One use of security systems is to prevent violent episodes at work. Workplace violence can occur for a number of reasons. A common image people have regarding workplace violence is a disgruntled, gun-toting man returning to his former employer to take vengeance. While these events are a reality, workplace violence comes from other sources as well. Domestic disputes can spill over into the workplace. Demonstrations against an organization may become uncontrolled, resulting in property damage and concerns about violent reactions.
Even when violence, or the threat of violence, has no physical impact, companies can suffer from the negative effects violence has on employees’ morale and their ability to perform their job duties. When such events become part of public discourse through the media, the reputation of a company may suffer.
According to 2016 Bureau of Labor Statistics, in 2015 there were 703 counts of “violence and other injuries by persons or animals” in the workplace. The good news is that this is a decrease of 62 counts of violence in 2014. The bad news? 2015’s number included 417 homicides, a two percent increase over the prior year.
In general, 27.3% of American women are subject to domestic violence. Of the 61 female workplace homicide victims in 2015, 43% were killed by a relative or domestic partner. Arguments and physical fighting that start at home do not always stay at home. Sometimes the attacker will not be satisfied with a parking lot confrontation at the workplace. People have entered buildings and offices to continue the fight. Sometimes these situations turn violent.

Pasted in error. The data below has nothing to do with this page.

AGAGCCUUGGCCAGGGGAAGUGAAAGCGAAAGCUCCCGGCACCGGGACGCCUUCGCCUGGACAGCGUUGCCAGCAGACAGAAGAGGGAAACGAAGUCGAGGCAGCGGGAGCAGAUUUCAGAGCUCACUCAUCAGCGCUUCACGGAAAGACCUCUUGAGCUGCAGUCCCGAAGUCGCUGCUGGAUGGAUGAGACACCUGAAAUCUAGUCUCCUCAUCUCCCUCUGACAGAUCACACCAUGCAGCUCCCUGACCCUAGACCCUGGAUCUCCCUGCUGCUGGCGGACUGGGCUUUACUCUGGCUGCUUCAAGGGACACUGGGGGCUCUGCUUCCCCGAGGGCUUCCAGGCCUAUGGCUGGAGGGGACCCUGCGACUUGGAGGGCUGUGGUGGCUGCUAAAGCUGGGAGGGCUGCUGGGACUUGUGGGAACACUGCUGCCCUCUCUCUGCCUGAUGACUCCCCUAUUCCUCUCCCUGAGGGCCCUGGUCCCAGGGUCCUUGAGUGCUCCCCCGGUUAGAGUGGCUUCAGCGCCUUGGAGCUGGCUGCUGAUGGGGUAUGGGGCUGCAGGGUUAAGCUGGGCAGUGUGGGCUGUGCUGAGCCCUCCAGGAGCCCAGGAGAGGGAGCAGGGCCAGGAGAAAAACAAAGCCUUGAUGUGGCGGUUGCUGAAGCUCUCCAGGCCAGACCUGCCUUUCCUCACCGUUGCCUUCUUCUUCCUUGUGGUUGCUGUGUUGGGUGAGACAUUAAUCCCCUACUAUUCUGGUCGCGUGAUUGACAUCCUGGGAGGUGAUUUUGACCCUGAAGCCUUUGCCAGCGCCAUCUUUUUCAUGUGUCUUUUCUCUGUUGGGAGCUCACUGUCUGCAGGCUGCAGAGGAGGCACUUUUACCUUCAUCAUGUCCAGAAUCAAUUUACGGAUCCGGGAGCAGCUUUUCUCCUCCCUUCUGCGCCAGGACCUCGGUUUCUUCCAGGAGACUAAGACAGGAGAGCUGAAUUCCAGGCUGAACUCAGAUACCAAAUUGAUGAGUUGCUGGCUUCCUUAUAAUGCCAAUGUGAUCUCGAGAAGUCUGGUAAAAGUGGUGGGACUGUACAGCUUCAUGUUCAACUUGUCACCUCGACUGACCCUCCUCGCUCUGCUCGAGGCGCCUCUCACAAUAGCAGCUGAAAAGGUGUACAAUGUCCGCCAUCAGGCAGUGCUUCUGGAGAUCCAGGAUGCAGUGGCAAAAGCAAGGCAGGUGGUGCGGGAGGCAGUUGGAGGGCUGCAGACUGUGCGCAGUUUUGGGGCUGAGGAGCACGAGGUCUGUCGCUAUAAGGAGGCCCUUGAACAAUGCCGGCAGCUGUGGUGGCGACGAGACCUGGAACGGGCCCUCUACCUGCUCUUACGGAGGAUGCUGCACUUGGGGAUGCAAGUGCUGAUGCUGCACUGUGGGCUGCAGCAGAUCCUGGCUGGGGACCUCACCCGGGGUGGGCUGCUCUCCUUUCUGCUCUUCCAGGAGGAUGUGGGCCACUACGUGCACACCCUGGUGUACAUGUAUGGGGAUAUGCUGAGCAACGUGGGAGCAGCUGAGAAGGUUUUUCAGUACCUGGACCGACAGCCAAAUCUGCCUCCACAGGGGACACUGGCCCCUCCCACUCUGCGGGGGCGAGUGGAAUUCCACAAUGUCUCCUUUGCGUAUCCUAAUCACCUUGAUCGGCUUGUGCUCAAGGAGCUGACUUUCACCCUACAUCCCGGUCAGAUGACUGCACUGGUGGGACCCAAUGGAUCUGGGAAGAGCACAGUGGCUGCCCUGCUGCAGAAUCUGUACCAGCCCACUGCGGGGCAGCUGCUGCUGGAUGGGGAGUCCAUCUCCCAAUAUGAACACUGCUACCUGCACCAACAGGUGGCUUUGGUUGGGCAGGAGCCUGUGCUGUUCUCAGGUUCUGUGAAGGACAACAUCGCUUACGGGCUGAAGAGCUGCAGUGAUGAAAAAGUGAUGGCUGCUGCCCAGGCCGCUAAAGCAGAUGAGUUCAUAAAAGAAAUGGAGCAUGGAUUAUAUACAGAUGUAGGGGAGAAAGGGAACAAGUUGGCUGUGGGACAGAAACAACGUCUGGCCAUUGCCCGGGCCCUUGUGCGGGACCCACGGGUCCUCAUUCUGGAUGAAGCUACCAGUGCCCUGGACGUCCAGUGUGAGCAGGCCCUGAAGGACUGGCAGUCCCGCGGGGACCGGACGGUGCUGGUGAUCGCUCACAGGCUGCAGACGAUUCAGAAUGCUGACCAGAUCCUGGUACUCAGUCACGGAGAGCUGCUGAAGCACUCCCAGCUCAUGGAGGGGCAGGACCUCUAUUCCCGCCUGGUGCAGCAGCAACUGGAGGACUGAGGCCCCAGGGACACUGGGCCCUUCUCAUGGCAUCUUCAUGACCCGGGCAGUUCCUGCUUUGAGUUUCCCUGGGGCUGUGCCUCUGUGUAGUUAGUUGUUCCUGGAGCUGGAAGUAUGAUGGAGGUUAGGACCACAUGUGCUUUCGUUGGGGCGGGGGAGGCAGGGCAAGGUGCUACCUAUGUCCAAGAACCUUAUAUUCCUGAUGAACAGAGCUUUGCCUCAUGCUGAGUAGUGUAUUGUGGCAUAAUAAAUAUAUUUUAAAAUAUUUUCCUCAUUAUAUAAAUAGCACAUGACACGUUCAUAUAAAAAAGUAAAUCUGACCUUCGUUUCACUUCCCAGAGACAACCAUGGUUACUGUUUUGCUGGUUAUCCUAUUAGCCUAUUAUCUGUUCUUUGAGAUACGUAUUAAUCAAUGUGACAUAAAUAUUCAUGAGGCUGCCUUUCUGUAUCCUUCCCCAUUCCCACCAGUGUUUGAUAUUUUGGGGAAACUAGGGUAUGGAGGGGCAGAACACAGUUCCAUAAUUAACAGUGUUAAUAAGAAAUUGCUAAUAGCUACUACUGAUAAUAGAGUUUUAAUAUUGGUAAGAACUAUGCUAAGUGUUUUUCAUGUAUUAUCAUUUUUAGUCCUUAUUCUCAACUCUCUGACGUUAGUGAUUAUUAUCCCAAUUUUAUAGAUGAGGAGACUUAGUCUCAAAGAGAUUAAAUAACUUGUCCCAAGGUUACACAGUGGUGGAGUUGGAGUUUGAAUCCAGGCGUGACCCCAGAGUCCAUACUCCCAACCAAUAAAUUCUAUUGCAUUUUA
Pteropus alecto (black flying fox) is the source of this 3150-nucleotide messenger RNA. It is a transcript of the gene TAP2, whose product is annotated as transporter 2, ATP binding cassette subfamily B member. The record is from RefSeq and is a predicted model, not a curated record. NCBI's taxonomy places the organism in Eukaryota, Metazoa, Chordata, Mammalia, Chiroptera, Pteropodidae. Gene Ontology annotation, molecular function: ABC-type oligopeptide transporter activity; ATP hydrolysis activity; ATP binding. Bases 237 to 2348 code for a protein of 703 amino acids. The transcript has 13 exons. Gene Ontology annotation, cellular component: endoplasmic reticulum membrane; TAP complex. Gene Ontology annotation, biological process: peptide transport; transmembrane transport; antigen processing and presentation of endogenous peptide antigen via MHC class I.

Businesses may find themselves at odds with sectors of the general public. In one incident, protesters entered the main floor of a building occupied by a financial institution. Their plan was to not only protest the firm, but also to prevent business from being conducted. The protesters did successfully disrupt banking transactions that day. Fortunately, no one was hurt — but more could have been done to keep out the unwanted trespassers.
Preventing Unauthorized Access
There are a myriad of physical and electronic access control devices that ensure only employees or authorized visitors can enter an office building, industrial facility, or warehouse. Some may require the person to swipe or scan a security badge or require the entrant to possess a pin or password.
When an access control option is integrated with a barrier system, such as a turnstile, security is greatly increased. Turnstiles create a physical barrier that cannot be circumvented without drawing attention to the malevolent intruder. Special options can be added to increase the effectiveness of a turnstile. A full-height turnstile prevents someone from “jumping” the turnstile. Optical turnstiles prevent “tailgating.” Tailgating occurs when an unauthorized person closely follows someone who is legitimately passing through the turnstile. These optical turnstiles use infrared beams and receptors to detect when more than one person has entered on a single authorization. Lights and alarms are then activated to notify security.
While there is no way to completely prevent workplace violence, there are steps security managers can take to minimize incidents. Integrating a security turnstile into an access control system that involves security personnel and mental detectors is part of the solution. When used properly, there is less possibility that a workplace will turn into a crime scene. The loss of productivity, lowered morale, and negative publicity that result from a violent incident negatively impact operations. Keeping employees safe is a smart business decision.